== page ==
Davenport made 22 saves in the win, as the Red out-shot the Bears, 28-24. Cornell’s power play unit struggled against Brown, going just 1-for-13 in the win, including two failed five-minute power plays.
“It’s early in the year, and [the power play unit] is still trying to find chemistry, but at the same time, every night, you see a different penalty kill. They did a good job,” Schafer said.
On Saturday night, the Red was back at it, this time against Yale at Ingalls Rink in New Haven, Conn. This game was also rife with penalties, and also included three game misconducts, including one against Cornell sophomore Tyler Mugford.
The Red did not take long to get going, taking the lead just under three minutes into the first frame. On the power play, Scott roofed a backhander from the left face-off circle that beat sophomore goalie Alec Richards, with assists going to McCutcheon and sophomore Jared Seminoff.
“I think both nights showed that the start is not necessarily critical. We were down 1-0 on Friday night, but we stuck with it and came back,” Schafer said. “But, at the same time, getting out to a quick start and getting the lead is important too. I thought we didn’t overreact, and just kept plugging away.”
Although both teams were heavily penalized, Yale drew the bulk of the whistles, taking 16 penalties to Cornell’s nine. That proved to be the Bulldogs’ downfall, as Cornell went 3-for-12 on the power play en route to the 5-2 victory.
“We have to learn that lesson or we are going to take it on the chin again and again,” said Yale head coach Keith Allain with respect to his team’s penalty troubles in a press release. “There are a lot of things we can take away from this game. We have to continue to learn from our mistakes and get better as a team.”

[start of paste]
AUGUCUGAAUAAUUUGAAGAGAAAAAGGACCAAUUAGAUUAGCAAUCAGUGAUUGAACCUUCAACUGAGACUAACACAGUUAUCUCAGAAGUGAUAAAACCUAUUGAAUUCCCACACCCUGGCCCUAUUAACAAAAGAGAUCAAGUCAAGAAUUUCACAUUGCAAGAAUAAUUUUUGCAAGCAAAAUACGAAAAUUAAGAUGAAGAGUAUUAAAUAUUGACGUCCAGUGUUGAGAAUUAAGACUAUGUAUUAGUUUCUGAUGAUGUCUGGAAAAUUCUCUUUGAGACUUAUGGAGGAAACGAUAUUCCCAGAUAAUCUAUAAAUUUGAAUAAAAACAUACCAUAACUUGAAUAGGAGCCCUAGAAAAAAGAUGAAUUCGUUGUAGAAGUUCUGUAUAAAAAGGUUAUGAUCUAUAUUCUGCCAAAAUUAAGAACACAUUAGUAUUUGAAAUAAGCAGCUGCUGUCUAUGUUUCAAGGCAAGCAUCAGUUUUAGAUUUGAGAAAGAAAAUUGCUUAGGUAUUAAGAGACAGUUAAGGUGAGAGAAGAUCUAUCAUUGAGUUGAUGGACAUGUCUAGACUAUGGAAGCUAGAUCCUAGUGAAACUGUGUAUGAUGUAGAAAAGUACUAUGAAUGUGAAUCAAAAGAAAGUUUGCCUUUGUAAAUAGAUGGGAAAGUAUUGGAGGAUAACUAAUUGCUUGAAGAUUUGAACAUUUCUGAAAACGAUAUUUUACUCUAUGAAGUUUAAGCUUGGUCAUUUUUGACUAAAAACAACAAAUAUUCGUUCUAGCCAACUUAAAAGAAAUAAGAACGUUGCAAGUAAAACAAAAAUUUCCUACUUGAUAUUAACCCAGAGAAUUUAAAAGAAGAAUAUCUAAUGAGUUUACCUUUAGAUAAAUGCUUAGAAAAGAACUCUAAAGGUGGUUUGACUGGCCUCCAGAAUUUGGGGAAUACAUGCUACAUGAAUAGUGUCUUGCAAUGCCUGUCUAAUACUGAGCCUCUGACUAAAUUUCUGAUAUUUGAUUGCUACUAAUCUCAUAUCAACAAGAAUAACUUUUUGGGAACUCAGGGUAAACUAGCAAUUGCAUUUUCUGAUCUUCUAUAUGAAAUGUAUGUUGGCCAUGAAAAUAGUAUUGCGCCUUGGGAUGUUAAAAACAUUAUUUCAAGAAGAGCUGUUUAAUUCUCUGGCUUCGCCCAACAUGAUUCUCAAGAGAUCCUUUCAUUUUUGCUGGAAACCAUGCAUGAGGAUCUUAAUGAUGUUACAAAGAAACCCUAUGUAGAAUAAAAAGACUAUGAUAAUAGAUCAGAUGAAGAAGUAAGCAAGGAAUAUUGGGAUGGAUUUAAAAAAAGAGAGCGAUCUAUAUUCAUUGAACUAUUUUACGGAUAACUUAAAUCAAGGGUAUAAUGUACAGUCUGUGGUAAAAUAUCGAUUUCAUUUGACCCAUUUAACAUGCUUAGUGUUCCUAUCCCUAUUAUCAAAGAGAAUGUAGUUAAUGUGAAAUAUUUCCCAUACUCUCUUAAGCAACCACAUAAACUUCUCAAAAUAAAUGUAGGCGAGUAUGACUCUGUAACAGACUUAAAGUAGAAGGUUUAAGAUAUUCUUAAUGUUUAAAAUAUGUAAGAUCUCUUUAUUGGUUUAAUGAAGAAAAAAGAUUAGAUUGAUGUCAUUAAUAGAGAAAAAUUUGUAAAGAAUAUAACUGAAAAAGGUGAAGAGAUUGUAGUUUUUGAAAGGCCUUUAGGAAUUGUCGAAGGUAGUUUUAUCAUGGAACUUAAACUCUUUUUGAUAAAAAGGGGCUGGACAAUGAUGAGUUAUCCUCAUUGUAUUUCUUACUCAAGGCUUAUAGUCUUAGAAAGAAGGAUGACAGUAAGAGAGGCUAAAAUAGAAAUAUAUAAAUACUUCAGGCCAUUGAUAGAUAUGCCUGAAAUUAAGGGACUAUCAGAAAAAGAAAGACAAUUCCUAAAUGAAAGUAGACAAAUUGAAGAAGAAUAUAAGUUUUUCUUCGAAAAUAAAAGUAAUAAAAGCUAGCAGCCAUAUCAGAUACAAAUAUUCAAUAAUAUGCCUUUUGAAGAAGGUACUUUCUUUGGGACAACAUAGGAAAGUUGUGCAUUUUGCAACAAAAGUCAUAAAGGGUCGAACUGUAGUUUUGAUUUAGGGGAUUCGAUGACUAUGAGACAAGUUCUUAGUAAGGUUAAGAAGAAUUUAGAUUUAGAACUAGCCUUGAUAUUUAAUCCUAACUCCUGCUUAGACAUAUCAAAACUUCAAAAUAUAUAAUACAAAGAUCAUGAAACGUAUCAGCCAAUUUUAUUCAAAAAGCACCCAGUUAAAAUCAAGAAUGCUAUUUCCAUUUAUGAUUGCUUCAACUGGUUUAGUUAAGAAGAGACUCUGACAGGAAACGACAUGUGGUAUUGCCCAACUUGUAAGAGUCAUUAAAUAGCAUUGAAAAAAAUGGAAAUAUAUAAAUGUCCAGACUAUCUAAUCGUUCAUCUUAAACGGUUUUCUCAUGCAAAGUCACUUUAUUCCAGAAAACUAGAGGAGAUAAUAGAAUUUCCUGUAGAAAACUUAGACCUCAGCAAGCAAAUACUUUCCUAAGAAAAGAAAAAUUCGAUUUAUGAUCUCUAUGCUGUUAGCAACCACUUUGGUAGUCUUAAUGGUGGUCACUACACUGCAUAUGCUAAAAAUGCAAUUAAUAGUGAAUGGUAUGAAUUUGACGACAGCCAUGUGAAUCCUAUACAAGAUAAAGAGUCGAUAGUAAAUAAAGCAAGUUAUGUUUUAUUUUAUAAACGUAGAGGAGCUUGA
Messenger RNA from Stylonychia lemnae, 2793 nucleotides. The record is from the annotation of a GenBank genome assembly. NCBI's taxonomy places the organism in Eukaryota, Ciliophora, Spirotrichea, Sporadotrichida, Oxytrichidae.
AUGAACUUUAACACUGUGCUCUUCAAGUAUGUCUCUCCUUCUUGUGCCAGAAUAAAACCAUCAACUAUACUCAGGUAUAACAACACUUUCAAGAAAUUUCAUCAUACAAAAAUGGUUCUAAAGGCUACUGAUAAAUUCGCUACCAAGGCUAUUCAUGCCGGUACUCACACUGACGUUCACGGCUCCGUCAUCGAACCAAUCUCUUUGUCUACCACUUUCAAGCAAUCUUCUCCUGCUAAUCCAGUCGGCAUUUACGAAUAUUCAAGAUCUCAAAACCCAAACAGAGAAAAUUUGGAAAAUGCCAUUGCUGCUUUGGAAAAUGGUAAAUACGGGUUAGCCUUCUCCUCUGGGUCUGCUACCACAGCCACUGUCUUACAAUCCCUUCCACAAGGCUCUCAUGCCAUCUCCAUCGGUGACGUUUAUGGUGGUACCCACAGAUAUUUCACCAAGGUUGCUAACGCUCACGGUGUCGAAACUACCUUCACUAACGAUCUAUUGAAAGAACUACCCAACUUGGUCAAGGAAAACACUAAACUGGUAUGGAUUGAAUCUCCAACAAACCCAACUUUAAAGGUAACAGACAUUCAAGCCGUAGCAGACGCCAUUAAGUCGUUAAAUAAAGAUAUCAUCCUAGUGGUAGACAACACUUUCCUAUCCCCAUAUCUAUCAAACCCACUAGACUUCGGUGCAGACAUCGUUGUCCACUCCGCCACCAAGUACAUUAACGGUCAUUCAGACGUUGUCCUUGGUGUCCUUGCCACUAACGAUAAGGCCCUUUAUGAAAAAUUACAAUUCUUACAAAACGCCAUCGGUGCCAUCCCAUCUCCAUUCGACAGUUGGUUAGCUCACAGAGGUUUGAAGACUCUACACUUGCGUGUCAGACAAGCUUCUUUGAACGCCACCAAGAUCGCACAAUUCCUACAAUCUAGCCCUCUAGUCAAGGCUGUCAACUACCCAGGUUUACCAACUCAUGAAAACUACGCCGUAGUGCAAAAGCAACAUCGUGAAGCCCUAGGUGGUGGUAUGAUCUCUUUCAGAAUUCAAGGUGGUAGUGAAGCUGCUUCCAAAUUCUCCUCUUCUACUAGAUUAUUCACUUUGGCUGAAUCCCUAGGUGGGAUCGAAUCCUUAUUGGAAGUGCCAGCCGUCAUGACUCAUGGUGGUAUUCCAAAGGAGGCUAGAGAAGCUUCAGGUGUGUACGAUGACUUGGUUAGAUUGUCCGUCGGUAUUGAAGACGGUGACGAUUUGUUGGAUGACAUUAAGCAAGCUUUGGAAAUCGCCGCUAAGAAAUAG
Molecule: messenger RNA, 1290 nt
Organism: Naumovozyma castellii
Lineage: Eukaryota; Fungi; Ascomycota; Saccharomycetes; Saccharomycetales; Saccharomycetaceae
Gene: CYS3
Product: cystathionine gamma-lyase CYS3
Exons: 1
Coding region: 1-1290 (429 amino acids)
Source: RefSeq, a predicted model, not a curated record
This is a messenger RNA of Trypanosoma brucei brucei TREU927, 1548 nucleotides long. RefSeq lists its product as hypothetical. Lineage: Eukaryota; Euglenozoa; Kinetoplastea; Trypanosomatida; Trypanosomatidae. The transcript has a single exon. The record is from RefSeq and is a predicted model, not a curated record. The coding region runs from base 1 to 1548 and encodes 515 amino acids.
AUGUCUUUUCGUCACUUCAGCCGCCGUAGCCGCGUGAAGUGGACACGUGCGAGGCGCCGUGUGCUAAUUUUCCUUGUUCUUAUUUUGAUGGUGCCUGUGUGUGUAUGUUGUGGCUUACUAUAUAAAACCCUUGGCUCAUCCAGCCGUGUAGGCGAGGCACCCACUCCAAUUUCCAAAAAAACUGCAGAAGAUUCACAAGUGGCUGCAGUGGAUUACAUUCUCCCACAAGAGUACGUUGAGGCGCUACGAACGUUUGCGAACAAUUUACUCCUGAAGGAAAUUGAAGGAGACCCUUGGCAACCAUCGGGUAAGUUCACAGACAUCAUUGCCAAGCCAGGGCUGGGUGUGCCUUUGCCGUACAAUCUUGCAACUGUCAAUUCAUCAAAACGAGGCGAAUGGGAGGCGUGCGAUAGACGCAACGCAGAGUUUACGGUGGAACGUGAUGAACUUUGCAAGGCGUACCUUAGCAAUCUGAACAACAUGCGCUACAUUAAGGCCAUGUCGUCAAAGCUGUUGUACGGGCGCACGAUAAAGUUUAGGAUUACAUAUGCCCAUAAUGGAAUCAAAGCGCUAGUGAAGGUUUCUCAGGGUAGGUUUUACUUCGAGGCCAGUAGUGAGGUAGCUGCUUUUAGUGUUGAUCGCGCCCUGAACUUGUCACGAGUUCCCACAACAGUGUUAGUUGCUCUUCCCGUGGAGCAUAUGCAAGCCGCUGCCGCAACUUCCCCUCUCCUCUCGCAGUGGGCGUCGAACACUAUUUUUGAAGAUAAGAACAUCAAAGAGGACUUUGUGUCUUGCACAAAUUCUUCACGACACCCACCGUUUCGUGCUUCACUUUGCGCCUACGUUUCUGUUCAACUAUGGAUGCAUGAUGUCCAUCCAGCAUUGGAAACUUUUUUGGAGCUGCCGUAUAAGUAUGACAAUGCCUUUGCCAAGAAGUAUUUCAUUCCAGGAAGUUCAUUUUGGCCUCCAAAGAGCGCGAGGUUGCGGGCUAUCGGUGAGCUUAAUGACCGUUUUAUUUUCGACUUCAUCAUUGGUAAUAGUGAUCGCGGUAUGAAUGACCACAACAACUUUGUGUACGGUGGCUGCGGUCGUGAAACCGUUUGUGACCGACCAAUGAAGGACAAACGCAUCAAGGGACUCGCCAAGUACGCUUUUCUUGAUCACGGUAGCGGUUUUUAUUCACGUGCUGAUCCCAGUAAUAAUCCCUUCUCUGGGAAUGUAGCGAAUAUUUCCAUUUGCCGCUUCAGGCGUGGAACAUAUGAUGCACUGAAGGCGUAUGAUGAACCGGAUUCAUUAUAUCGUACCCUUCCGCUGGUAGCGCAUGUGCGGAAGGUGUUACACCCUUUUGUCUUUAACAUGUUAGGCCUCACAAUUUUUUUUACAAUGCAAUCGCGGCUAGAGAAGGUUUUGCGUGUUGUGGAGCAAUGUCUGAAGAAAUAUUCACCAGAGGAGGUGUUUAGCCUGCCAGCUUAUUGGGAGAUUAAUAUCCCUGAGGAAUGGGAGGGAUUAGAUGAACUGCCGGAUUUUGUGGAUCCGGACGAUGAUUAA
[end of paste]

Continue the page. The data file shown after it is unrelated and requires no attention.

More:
With just seven seconds remaining in the first stanza, the Red went ahead 2-0 on another power play marker. McCutcheon, after taking a pass from Scott, unleashed a slap shot from the left point that beat Richards high-glove side. Seminoff picked up his second helper of the game on the goal.
Yale cut the lead in half on a power-play goal of its own when, with under two minutes elapsed in the second period, senior Bill LeClerc took a pass from junior Robert Page and beat a surprised Davenport with a low wrister.
Cornell, however, maintained the course, and with two goals within two minutes of each other in the middle of the second period, put the game out of reach for Yale. Sawada, on a breakaway, netted a shorthanded tally with a nifty deke and a perfectly placed five-hole shot. Freshman Colin Greening picked up his first career collegiate goal after directing in a shot from classmate Tony Romano.
Yale did not back down and made it a 4-2 game on sophomore Matt Nelson’s goal just 19 seconds after Greening’s. The Red added some extra insurance on Romano’s power-play goal late in the second period. With a 5-on-3 advantage, McCutcheon and Scott were battling along the boards when the puck came out to Romano, who buried the wrister.
Neither team was able to find the back of the net in the third period, as Cornell kept the pressure on, out-shooting Yale, 12-6, in the final frame. Indeed, the Red dominated Yale, and held a decisive 37-19 margin in shots. Troy Davenport made 17 saves in the victory.
“Cornell is a good team,” Allain said. “They are big, strong and fast. They do it right.”